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N1344S accident description

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Crash location 37.390277°N, 106.617778°W
Reported location is a long distance from the NTSB's reported nearest city. This often means that the location has a typo, or is incorrect.
Nearest city Antonito, CO
37.079179°N, 106.008633°W
39.8 miles away

Tail number N1344S
Accident date 05 Aug 2003
Aircraft type Cessna 182P
Additional details: None

NTSB description


On August 5, 2003, at approximately 1345 mountain daylight time, a Cessna 182P, N1344S, was destroyed when it impacted trees and terrain 27 miles west-northwest of Antonito, Colorado. The private pilot, the sole person on board the airplane, was fatally injured. Visual meteorological conditions prevailed at the time of the accident. The personal flight was being conducted under the provisions of Title 14 CFR Part 91 without a flight plan. The flight was one leg of a cross-country flight that originated at Las Animas, Colorado, and was en route to Fremont, California.

Several witnesses observed a high-wing, single-engine airplane flying at low altitude in the vicinity of the accident site, at approximately 1200. The airplane was traveling north through the canyon. One witness said he could definitely see the airplane was flying lower than the mountains on the far side of the canyon.

At approximately 1345, a U. S. Forest Service fire team received a report of bluish-colored smoke "near Elwood cabin." The fire team arrived at the accident site at 1539 and confirmed that the smoke was from an airplane accident.


The pilot held a private pilot certificate with single-engine land airplane rating, dated March 24, 1997.

According to insurance company records, the pilot reported having 470 total flying hours with 230 hours in make and model, as of June 6, 2003.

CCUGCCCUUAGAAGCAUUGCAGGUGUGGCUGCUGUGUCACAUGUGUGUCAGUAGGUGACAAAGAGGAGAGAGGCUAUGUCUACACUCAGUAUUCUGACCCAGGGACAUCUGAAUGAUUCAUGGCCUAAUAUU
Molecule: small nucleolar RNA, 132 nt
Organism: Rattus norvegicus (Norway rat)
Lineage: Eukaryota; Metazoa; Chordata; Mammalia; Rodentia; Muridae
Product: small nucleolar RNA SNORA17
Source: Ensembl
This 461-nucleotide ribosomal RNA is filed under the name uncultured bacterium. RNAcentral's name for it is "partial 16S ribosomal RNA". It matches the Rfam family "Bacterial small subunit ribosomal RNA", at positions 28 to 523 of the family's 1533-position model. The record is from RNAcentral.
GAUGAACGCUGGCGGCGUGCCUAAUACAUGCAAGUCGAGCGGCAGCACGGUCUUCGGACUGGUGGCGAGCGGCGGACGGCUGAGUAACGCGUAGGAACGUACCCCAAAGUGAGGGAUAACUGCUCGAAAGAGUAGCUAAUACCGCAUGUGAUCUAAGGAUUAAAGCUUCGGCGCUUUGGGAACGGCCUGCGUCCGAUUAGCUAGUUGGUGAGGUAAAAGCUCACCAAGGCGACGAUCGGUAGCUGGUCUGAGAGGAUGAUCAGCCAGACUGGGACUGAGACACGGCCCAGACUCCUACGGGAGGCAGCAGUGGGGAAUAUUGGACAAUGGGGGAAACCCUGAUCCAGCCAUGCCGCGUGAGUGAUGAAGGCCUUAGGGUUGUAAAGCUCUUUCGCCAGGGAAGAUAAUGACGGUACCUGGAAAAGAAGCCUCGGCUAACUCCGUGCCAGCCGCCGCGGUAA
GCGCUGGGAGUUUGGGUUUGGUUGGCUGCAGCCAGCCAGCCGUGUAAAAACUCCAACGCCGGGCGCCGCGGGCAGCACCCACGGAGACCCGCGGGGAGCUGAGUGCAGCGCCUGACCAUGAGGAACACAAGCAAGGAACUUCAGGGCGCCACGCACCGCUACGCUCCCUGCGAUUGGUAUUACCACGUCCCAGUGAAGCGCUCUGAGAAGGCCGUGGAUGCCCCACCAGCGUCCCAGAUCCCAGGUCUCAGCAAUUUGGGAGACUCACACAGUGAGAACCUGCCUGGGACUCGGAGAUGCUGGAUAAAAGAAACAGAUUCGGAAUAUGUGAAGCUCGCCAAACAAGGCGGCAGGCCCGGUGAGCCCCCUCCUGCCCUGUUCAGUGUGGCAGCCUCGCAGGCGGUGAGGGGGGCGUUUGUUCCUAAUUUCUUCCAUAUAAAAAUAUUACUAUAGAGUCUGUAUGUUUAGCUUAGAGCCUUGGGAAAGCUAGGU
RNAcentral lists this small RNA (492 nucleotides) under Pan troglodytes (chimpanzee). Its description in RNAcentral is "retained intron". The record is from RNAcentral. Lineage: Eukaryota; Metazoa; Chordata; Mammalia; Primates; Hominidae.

The pilot held a 3rd class medical certificate dated April 26, 2002, and stated in the limitations section that the "Holder must wear corrective lenses."


The airplane, serial number 18264987, was manufactured in 1976 and owned by Limited Liability Corporation, Fremont, California. The airplane was used for business and pleasure.

According to the aircraft logbook, the airplane underwent an annual inspection on April 9, 2003. The total airframe time recorded at the annual inspection was 2,286.0 hours. The last entry in the airframe logbook was on July 4, 2003. At that time, the airplane had 2,342.2 total hours. The airplane's tachometer and Hobbs meter were destroyed in the accident.


At 1152, the aviation routine weather report at Alamosa, Colorado, 38 miles east-northeast of the accident site, was clear skies, 10 miles visibility, temperature 66 degrees Fahrenheit (F), dew point 52 degrees F, winds 360 degrees at 5 knots, and altimeter 30.28.


The National Transportation Safety Board's on scene investigation began on August 6, 2003, at 1400.

The accident site was located on a treed mountainside in the Rio Grande National Forest at coordinates 37 degrees, 23.41 minutes north latitude, and 106 degrees, 37.06 minutes west longitude. The accident site was on a 65-degree slope at an elevation of approximately 11,450 feet msl.

The accident site began with a severed fir tree preceding the main wreckage by approximately 300 feet. The fir tree was broken approximately 60 feet up from the base of the tree. The top of the tree was located approximately 5 feet west-southwest of the tree base and laid along a 240-degree magnetic heading.

The portion of the accident site containing the airplane wreckage began with two severed trees located on the east edge of the site. The trees were broken approximately 25 feet up from the bases. The tops of the trees were located near their bases and lay along an approximate heading of 240 degrees.

Along the ground, in the area between the first severed fir tree and the two severed trees at the east edge of the main wreckage area, were numerous small paint chips. The chips were gloss white-colored on one side and zinc oxide coated on the other.

Approximately 20 feet west of the two broken trees was the outboard 10 feet of the airplane's left wing. The leading edge of the wing at the fracture showed a 13-inch wide c-shaped dent. Pieces of tree bark were embedded in the dent. The wing was broken aft longitudinally. The left wing tank was broken open, fragmented, melted, and consumed. The smell of aviation fuel was prevalent. The left aileron was broken at mid-span. The outboard section of the left aileron was bent over and inboard, and was twisted aft. The outboard hinge was broken out. The aileron cable was broken at the wing fracture and its strands were unraveled.